3/06/2014

Professional Organizations and Power Trips

One of the things I did when I decided to really work at publication was join a Christian writing professional organization. I was hopeful that they'd have good classes on craft development and just a chance to rub elbows with other folk who are writing for the inspirational market. And in that respect, it's been successful.

Unfortunately, the other half of what I've discovered is that there's a distinct separation between the elite, "We are the authors who matter" crowd and the rest of us aspiring or small-pubbed folk. And Heaven help you if you decide to self-publish! Oh the scathing comments that get made about self-pubbers, no matter how much time and effort (and expense) you put into your product, according to the elite of this organization, you're sub-par. And, as one who's sub-par, you're not allowed entry to the few perks of the organization like their database of published works and new release newsletter that they put out every month.

Except...now a few of the board members have gone hybrid. (Hybrid, in this case, means they self-pub some things and still work with their traditional publisher on others.) And, well, we couldn't possibly have board members unable to reap all their benefits, could we?

So last night they put out an email saying how excited they were to be moving forward with the trend of the industry as a whole and that they'd be now allowing self-published authors to apply to be "Qualified Independent Authors." As a QIA, you'll have access to all the previously out-of-reach assets of your professional membership. Sounds great, right?

Until you read what they feel makes you a QIA. There's not a review board who looks over your book and checks it for quality cover design, good editing and writing, and internal formatting. Oh no, we wouldn't want to have standards for things you, the author, can actually control. No, the sole way to become a QIA is to earn $5K on a single title within a 12 month period.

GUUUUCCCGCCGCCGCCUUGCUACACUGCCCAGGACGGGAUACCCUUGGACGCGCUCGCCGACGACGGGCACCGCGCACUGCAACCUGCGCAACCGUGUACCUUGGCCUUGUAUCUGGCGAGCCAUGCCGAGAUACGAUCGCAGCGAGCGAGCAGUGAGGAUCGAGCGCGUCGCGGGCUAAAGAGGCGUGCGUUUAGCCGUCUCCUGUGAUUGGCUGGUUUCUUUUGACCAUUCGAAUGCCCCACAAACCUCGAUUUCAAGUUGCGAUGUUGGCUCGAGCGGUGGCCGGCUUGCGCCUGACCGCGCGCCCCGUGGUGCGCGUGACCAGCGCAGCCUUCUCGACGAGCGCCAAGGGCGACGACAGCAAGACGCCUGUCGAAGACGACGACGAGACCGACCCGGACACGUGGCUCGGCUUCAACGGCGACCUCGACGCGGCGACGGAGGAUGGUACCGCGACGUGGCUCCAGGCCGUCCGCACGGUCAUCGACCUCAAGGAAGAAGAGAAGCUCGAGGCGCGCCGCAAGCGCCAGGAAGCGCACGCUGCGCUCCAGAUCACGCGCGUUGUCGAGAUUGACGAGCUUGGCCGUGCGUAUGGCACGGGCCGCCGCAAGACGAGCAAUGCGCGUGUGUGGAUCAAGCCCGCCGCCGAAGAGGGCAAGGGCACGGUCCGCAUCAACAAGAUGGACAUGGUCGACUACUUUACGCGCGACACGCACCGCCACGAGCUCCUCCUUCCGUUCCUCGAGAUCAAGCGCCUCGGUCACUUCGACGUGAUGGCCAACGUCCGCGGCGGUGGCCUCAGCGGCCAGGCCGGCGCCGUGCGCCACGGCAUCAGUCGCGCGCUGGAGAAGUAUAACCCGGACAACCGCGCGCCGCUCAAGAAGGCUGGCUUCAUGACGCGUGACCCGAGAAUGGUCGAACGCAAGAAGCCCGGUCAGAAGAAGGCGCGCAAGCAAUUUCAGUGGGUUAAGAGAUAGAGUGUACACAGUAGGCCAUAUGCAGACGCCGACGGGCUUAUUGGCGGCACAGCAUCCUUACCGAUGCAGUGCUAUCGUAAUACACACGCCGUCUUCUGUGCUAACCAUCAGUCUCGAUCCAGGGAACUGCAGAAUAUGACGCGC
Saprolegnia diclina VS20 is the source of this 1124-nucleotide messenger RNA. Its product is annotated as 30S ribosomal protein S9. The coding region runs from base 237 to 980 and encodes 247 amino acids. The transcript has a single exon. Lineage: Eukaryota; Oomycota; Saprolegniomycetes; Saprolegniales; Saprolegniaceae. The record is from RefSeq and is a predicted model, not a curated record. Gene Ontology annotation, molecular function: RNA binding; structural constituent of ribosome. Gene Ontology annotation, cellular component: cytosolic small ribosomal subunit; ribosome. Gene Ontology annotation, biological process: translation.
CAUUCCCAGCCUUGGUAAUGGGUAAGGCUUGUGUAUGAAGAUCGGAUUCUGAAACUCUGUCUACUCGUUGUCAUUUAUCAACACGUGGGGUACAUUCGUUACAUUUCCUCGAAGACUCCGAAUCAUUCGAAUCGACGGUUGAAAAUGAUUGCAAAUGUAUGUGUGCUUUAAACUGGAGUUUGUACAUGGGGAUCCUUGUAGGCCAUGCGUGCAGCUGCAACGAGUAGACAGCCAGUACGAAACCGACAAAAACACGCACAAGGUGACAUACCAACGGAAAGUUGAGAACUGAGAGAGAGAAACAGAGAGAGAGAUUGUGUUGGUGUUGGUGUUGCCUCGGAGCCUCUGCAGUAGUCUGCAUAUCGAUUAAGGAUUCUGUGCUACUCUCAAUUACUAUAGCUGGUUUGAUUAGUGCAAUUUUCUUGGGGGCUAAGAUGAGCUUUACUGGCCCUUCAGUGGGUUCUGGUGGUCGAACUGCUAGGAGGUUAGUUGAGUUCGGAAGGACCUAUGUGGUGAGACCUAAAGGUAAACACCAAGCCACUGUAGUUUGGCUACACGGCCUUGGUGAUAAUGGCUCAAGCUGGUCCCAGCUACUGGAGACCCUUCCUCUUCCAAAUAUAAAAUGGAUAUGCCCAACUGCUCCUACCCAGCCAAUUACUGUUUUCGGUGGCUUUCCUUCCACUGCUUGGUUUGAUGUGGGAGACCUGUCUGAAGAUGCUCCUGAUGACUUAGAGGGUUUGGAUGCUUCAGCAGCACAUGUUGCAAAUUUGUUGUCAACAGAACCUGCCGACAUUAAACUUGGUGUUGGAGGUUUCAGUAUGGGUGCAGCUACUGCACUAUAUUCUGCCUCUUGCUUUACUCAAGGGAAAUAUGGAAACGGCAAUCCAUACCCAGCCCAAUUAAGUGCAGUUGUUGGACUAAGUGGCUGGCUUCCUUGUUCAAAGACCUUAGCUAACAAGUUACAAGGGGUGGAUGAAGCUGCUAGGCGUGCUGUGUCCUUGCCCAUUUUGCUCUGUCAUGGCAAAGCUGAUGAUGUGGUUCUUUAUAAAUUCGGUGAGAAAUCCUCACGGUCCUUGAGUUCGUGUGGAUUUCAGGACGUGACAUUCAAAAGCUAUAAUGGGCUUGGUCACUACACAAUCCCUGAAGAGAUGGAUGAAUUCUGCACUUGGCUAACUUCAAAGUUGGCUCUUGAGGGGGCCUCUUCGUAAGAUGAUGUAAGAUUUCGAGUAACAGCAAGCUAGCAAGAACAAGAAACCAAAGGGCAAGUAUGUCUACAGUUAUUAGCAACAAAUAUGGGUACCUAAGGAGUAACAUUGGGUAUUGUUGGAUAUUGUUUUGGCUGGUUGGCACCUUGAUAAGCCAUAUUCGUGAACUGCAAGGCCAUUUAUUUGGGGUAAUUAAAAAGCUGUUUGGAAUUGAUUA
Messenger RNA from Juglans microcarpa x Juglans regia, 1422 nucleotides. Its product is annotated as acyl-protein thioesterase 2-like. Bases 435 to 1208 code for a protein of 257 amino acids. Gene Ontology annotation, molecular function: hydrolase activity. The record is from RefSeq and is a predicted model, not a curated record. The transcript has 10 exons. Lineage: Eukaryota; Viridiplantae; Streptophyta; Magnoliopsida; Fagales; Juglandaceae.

If you look at reports from places like Digital Book World and Writer's Market who did a survey, you'll see that the majority (80%) of self-pubbed authors make between $0 and $4,999 A YEAR. And most self-pubbed authors are putting out more than one title in that time frame. So to have to make $5K in 12 months on a single title? I can tell you who will meet that criteria: the two board members who are hybrid and want their self-pubbed titles in the databases and newsletters.

Heck, talking to other authors who are published by the Big 6, $5K on a single title is just a pipe dream. Forget about people who work with the smaller presses because what they write is much more niche than anything the Big 6 are going to look at. (Ahem, like me.)

I've read great stuff -- professionally edited, quality cover designs, well formatted inside, and incredibly well written -- from self-published authors. I've read not-so great and downright horrible stuff from self-published authors, too. But then, I've read great stuff from the Big 6 publishers as well as not-so-great and downright horrible stuff from the Big 6 as well. The amount of money a book earns is not a valid indicator of it's quality! (Look at books we consider the classics today - how many of them--most of which were self-published--would meet these requirements? Anything by Dickens? Jane Austen?)

All that basing "QIA" status on sales does is guarantee that the only people who can hope to benefit from this new rule are the people who are already the elite within the organization. The big names who are hoping to get bigger. (And ask any of them why they went hybrid and they'll tell you one of the top 5 reasons was to earn more money per title. It works for them because they have a huge following from their traditionally pubbed books.) And that's great - I don't begrudge them that.

But I do think if they're going to be "changing with the publishing times" that they need to recognize the new independent author as a valid entity. One who deserves to be allowed into their database and newsletter based on the actual quality of their product, not their sales figures.

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